by Jeffrey Murrell

Chapter 1
The Car

"Give it up, bitch! Get out!"
Oh, the power of brandishing a gun!
It's the respect he didn't get when he was young.
"Not ma baby! Don't take ma baby!"
was the plea as he yanked her out
and flung her to her knees
in the hot, dirty street.
And as the tires screeched,
he tossed the child out in its safety seat,
strapped in helplessly.
It rolled several times; its mother screamed,
but he was already long gone.
"Bitch! Why she couldn't respect me?
I was de big man wit' de gun!
Ho don't know when a brother's serious!"
he grumbled, boot to pedal,
on Jackson Avenue, heading west,
heading for Interstate 10.
The car was littered with wrappers and trash.
He found a pack of cigarettes, and lit one.
"Ho's always gonna be in dem projects!
She gonna always be livin' in St. Thomas!
She don't need no car!
An' dis place don't need anudda' nigga'!"
He turned right on St. Charles,
up to Lee Circle with his gun,
east on I-10 in her car,
with nothing to do now but run.
Great big city, shining and twinkling,
a big dirty, stinking whore
on a great big river, so filthy and reeking
with the trash of twenty other cities or more.
"Man! Dar ain't no woircer place dat sucks!"
he cursed, analyzing his bad luck,
as he slowed to a crawl in a traffic jam,
so typical of the place--so stuck.
He smoked up another cigarette,
rolling up the windows so he wouldn't get wet
as more heavy rain started to pour.
But he got just as damp from the beads of sweat
that dripped down his head and his arms.
"Come on! Why dey don't move?" he continued to fret
as he waited thirty minutes more,
guided around road repairs,
men in bright vests waiving orange flags
until he saw the exit sign for
And down he wound off the beaten path,
and onto one with annoying stop lights,
used car lots and cheap camper parks
where hookers work overtime.
But the scum and the litter eventually gave way
to pretty marinas and houses with gates
with expensive names like "Venetian Isles."
"What would it been like ta come up here?"
he wondered as he drifted on by.
Much better than in the St. Thomas projects
anyone with half a brain would guess;
anyone, like this young man, this pessimist
who turned to guns and violence
just to gain a little respect
from all those people who put him down,
mostly whites, but some blacks, too, he's found
to be almost just as unnice,
and just as likely to call him "boy."
Well, too bad for them when he's got his Tech-9,
Nothing's better at stopping that noise!
And, oh! Wouldn't these folks just shit
if they knew this gansta was in their midst.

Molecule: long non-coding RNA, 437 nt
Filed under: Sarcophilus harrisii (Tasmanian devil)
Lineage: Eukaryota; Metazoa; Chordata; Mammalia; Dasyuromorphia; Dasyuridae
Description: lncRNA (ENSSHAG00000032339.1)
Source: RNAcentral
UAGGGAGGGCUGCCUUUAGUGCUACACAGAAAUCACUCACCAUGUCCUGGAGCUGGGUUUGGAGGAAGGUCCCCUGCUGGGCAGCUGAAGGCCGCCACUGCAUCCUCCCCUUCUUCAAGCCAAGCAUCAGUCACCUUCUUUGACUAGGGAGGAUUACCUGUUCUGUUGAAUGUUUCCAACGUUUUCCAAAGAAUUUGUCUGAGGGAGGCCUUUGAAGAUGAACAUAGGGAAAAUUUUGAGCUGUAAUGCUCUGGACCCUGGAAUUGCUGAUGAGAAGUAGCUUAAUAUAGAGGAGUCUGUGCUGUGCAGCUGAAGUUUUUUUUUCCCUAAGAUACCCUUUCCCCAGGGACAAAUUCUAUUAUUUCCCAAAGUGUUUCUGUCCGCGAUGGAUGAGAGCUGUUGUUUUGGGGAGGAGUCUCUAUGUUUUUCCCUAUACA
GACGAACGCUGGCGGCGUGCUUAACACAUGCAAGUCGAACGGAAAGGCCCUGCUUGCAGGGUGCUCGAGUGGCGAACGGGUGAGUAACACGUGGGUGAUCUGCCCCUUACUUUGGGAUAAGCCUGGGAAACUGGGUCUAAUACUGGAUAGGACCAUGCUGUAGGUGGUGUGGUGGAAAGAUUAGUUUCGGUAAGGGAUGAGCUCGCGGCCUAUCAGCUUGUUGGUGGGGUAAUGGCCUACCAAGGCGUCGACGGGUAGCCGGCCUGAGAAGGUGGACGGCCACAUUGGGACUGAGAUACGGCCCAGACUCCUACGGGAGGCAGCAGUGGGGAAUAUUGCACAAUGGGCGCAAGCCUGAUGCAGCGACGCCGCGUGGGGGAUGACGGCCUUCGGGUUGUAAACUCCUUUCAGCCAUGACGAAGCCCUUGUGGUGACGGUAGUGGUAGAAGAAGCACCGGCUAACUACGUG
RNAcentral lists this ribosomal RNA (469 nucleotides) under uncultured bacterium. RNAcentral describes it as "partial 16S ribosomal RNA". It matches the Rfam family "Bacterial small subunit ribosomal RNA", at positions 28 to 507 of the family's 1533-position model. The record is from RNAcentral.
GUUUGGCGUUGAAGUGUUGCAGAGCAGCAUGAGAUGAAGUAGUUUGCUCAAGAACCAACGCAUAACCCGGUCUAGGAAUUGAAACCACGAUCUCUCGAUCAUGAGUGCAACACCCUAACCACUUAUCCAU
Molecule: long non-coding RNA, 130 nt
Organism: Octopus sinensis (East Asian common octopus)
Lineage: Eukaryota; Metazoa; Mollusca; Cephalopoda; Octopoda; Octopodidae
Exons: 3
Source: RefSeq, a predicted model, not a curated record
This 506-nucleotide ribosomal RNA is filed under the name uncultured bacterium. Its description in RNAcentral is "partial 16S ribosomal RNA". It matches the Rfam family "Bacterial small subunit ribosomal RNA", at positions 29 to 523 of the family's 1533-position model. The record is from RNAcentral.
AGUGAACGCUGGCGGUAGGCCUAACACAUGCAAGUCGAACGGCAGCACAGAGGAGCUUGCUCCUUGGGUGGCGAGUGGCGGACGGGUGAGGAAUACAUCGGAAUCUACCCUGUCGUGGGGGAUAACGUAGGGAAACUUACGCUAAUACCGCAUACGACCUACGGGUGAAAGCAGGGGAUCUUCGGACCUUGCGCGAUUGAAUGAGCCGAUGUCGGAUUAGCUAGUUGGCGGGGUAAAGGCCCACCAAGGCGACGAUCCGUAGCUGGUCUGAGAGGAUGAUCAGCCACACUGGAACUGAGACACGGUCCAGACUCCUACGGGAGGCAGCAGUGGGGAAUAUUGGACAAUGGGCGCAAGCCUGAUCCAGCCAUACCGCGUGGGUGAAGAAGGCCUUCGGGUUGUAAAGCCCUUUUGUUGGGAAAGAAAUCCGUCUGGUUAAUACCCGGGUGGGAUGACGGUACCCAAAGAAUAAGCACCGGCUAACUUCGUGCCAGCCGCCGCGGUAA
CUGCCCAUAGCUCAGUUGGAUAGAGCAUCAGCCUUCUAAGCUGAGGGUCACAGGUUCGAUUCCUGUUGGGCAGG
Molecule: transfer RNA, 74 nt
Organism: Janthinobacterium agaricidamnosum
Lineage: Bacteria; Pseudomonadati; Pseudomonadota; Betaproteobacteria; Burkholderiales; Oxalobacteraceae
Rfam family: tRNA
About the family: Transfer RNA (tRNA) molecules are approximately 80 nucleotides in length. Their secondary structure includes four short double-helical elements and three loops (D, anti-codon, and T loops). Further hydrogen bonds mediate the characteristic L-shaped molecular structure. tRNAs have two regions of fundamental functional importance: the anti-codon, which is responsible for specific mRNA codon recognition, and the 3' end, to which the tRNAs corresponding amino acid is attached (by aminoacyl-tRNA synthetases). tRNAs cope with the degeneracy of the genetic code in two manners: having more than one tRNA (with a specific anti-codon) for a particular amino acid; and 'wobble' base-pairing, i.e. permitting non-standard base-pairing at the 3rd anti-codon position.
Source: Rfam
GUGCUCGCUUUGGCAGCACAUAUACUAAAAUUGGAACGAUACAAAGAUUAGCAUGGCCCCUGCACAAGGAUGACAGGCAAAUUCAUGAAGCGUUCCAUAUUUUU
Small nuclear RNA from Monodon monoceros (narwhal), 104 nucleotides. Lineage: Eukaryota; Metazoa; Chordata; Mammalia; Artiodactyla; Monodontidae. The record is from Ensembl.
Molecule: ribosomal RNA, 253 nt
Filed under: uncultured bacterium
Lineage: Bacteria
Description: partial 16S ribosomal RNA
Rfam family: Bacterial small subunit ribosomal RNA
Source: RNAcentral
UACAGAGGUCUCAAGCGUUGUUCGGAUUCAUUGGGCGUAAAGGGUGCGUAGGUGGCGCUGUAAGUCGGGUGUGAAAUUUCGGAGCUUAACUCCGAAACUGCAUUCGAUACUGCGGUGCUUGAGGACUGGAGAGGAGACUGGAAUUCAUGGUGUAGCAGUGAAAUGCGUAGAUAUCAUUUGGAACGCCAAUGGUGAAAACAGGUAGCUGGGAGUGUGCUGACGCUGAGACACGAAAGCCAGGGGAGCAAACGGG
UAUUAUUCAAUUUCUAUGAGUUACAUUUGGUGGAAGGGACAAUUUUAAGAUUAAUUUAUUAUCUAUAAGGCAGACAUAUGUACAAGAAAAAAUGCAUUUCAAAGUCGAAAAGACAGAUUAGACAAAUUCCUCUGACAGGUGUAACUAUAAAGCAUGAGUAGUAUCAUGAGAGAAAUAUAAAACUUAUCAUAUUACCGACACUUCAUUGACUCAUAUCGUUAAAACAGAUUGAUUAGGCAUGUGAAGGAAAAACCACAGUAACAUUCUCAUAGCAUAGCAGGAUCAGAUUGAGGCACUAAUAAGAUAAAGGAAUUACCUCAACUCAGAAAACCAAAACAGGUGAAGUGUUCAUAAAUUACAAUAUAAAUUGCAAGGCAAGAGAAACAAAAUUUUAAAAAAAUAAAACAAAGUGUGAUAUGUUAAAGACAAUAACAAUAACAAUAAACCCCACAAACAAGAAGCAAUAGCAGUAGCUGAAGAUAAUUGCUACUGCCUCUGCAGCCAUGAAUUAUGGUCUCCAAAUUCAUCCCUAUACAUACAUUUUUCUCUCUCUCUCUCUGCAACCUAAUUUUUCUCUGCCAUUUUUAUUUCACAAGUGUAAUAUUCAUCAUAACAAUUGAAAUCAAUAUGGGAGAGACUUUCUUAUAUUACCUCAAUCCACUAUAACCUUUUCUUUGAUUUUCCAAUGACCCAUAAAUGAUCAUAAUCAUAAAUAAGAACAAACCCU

That's what they're all afraid of,
that the blacks will all start moving in
and spoil their suburban Camelots,
especially all the trashy white ones who live
way back there off the road in their tacky fishing camps
along the lake, with stupid little names
on their mail boxes, like "Our Paradise,"
and "Bob and Sissy's Slice of the Pie!"
But those homes all disappeared soon enough for him.
The road narrowed and wound around
through open marshlands and over a bridge
then across another, and another still.
Then the giant old clunker he stole
gave a sharp lurch and began to slow
until the engine's purr became mute,
and brought the car gliding along its cruise
at the mercy of dying force vectors.
He pumped the gas again and again,
then's when he saw that there was no more left.
So the vehicle slowly skimmed to a halt
along the side of that long lazy road,
with only the waiving tall marsh grass around,
and a few wispy cypress trees with egrets in their canopies,
"Damn! Stupid ho didn't even put no gas in her ride!"
He kicked open the door and grabbed his Tech-9,
lit up another cigarette and headed out on foot,
passing a burned-out old service station and motel
to finally come upon a long narrow bridge
spanning a muddy green bayou.
And down in the water, anchored just off the tree line
were a few floating fisherman camps
with motor boats hooked up along their sides.
He slid down the side of the bridge,
snaked a dirt trail down to the nearest one.
The air was still and heavy; no one stirred in it.
He stepped out on to the floating platform,
slid around the walls of the box
to spy the motorboat tied up with tackle and oars.
"I'm gonna take me dat boat, git on down dis bayou!"
But, then he thought, why stop with the boat?
He'd take what there was inside the house, too!
He crept around front where it faced the water,
the screen door ajar--he listened for movement,
but no sound transgressed the lazy, thick air.
Cautiously, he stuck the gun muzzle inside,
then swung it open quickly to find
two men suddenly startled up on their feet!
They had been napping there on cots,
after a long day of fishing, tired and hot,
and having only a measly catch--
a couple of crabs, maybe a dozen crawfish.
"What'choo got in here ta take, huh?
Gimme yo' wallets! Gimme dem rings!"
The two men did not hesitate.
They stripped the few coins they had from their pockets,
gave him their wedding rings and watches.
"Where de keys fo' dat boat?"
"Ain't no keys--you jist pull de rope . . . "
"Y'all better not be dissin' me!"
"No, we swear! Ain't no keys!"
He snarled a laugh, like at some cruel joke,
then aimed and shot them both in the knees!